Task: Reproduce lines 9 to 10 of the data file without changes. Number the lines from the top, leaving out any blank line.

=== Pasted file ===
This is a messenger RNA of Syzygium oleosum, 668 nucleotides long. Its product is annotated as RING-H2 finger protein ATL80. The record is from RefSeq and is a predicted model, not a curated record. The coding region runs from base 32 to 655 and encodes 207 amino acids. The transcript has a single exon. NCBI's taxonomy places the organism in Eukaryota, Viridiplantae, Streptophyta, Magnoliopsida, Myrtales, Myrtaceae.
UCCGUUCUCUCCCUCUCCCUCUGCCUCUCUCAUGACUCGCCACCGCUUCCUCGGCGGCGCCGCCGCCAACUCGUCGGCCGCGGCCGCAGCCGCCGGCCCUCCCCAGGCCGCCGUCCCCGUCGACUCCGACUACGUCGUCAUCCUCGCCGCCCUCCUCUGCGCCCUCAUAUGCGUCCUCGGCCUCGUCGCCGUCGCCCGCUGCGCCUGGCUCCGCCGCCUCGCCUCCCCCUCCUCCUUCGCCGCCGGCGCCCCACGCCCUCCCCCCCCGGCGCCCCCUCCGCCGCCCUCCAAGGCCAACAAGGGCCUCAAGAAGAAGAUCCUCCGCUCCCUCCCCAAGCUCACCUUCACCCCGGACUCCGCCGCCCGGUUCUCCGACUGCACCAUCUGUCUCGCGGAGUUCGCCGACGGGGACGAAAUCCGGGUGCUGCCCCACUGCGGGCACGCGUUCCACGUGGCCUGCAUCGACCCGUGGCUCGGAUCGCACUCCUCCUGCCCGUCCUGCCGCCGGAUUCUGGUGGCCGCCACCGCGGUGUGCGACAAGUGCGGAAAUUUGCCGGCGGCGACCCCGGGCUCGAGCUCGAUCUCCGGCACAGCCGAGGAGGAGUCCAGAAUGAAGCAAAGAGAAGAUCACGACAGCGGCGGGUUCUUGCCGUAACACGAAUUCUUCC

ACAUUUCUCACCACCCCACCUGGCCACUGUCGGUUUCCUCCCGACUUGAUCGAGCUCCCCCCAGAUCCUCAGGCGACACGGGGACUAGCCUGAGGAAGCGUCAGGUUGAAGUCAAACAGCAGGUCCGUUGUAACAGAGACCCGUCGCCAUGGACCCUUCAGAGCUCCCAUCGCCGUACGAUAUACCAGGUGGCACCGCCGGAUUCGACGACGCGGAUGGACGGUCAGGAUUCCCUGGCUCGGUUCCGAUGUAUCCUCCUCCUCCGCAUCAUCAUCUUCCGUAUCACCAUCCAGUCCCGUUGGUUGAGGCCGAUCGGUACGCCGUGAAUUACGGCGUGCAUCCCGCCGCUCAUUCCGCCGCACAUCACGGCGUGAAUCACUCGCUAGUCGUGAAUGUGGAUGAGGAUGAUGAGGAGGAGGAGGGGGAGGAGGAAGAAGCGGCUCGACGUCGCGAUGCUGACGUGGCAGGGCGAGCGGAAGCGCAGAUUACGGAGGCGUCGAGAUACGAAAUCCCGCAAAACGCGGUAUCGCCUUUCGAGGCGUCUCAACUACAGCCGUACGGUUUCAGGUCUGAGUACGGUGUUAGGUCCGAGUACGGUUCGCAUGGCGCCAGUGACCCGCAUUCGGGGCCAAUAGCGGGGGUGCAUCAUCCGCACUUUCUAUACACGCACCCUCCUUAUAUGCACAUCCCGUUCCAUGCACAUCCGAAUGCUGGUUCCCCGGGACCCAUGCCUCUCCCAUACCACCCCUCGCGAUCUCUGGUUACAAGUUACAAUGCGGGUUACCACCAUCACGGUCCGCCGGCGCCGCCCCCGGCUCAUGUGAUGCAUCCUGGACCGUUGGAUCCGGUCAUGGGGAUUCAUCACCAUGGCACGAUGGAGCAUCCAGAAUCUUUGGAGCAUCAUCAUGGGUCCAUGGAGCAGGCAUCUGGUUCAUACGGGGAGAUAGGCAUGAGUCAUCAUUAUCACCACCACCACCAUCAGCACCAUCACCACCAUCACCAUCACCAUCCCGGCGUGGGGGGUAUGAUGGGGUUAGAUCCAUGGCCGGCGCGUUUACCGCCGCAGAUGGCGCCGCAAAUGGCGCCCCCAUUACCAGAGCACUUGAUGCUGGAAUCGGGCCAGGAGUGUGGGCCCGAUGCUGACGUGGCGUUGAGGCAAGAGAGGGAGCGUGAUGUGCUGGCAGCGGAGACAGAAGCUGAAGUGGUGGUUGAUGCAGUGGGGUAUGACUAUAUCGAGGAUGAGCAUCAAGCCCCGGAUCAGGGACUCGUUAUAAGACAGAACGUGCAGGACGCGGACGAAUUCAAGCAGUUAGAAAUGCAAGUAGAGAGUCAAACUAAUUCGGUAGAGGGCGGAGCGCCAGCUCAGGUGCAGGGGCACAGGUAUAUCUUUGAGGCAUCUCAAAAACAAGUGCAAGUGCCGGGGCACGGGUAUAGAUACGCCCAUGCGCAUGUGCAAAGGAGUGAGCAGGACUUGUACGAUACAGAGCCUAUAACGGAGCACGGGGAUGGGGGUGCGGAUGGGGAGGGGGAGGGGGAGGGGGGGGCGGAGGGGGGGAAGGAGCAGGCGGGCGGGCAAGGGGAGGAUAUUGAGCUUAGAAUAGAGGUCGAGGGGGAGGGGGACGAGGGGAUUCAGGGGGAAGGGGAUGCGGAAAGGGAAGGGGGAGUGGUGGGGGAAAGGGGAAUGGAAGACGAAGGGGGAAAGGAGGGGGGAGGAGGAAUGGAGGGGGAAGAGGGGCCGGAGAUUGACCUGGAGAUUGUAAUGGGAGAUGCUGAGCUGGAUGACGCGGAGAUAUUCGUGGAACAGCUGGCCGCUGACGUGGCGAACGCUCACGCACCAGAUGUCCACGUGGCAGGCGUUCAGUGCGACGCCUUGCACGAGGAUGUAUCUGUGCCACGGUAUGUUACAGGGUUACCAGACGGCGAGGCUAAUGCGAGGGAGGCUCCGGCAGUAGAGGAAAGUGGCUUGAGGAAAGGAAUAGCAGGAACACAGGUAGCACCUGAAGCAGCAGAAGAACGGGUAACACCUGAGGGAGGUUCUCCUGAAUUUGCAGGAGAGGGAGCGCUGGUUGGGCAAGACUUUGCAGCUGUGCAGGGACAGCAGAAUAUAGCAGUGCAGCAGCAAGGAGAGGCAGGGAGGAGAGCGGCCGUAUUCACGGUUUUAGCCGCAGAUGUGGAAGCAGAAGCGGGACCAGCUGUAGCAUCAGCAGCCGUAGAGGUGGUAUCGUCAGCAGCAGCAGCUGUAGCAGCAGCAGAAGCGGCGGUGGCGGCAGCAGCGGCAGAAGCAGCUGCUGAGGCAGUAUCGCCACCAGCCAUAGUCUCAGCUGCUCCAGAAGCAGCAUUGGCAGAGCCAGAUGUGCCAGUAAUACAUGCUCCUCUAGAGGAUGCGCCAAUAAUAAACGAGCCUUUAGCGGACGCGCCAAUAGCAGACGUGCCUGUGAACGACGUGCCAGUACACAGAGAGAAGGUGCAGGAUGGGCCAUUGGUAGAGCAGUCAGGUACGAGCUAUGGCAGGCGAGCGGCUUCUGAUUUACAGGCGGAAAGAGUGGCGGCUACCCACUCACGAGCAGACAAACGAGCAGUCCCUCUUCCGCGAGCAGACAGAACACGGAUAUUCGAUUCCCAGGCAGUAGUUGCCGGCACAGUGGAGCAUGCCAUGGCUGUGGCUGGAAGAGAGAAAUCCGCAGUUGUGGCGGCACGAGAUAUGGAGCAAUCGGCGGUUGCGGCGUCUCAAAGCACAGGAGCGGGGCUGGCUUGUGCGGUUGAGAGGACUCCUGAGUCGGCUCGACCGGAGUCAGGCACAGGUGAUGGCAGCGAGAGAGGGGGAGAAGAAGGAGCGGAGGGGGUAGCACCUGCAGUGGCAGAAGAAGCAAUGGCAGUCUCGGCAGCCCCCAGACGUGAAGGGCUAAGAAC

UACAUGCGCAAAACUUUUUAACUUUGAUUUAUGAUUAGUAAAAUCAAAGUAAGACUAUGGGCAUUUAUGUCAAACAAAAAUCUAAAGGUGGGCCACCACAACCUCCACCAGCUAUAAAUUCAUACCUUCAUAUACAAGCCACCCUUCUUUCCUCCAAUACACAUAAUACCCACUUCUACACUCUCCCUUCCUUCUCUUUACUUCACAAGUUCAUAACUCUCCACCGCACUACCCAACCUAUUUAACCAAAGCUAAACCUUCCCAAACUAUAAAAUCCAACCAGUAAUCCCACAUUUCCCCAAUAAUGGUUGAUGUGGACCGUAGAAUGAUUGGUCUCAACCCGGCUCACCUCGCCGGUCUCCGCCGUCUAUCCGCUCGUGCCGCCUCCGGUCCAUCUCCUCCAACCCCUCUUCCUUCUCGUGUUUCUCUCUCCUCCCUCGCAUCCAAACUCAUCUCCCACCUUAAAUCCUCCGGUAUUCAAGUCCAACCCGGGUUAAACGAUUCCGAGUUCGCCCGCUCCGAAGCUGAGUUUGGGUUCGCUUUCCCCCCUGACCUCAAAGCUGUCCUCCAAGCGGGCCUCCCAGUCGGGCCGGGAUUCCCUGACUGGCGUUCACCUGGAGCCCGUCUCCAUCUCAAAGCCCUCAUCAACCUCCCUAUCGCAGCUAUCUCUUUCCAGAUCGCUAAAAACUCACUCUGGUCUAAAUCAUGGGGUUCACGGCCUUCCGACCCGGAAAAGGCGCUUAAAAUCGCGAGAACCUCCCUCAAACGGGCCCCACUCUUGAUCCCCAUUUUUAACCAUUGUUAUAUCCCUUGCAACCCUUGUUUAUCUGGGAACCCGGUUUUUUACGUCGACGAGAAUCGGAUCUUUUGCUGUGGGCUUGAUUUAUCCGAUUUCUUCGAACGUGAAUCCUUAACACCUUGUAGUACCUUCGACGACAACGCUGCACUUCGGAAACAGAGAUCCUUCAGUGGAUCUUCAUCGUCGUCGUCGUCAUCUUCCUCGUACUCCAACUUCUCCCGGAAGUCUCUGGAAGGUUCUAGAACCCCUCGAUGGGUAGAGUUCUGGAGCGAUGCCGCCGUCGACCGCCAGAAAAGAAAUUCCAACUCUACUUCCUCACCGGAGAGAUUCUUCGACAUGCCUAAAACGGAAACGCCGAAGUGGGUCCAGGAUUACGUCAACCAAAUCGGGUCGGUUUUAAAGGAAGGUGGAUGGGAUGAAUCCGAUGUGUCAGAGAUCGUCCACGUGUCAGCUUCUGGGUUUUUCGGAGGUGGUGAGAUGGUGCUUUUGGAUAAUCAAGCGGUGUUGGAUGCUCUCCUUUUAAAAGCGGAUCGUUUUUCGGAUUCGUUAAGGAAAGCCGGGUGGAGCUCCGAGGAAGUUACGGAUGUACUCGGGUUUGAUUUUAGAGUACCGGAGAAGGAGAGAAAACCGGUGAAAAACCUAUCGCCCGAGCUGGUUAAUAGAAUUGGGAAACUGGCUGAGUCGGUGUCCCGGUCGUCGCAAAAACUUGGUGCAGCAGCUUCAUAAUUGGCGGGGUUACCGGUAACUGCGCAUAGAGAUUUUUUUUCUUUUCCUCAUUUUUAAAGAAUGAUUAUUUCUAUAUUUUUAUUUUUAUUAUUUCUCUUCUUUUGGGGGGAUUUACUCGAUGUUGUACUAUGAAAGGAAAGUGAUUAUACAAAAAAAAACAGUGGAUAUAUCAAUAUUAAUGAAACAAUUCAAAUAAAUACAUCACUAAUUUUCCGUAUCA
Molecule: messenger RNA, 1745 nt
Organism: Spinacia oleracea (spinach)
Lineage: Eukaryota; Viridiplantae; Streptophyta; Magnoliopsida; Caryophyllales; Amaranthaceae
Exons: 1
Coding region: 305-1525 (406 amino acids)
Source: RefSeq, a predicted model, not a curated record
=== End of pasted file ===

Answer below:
Coding region: 305-1525 (406 amino acids)
Source: RefSeq, a predicted model, not a curated record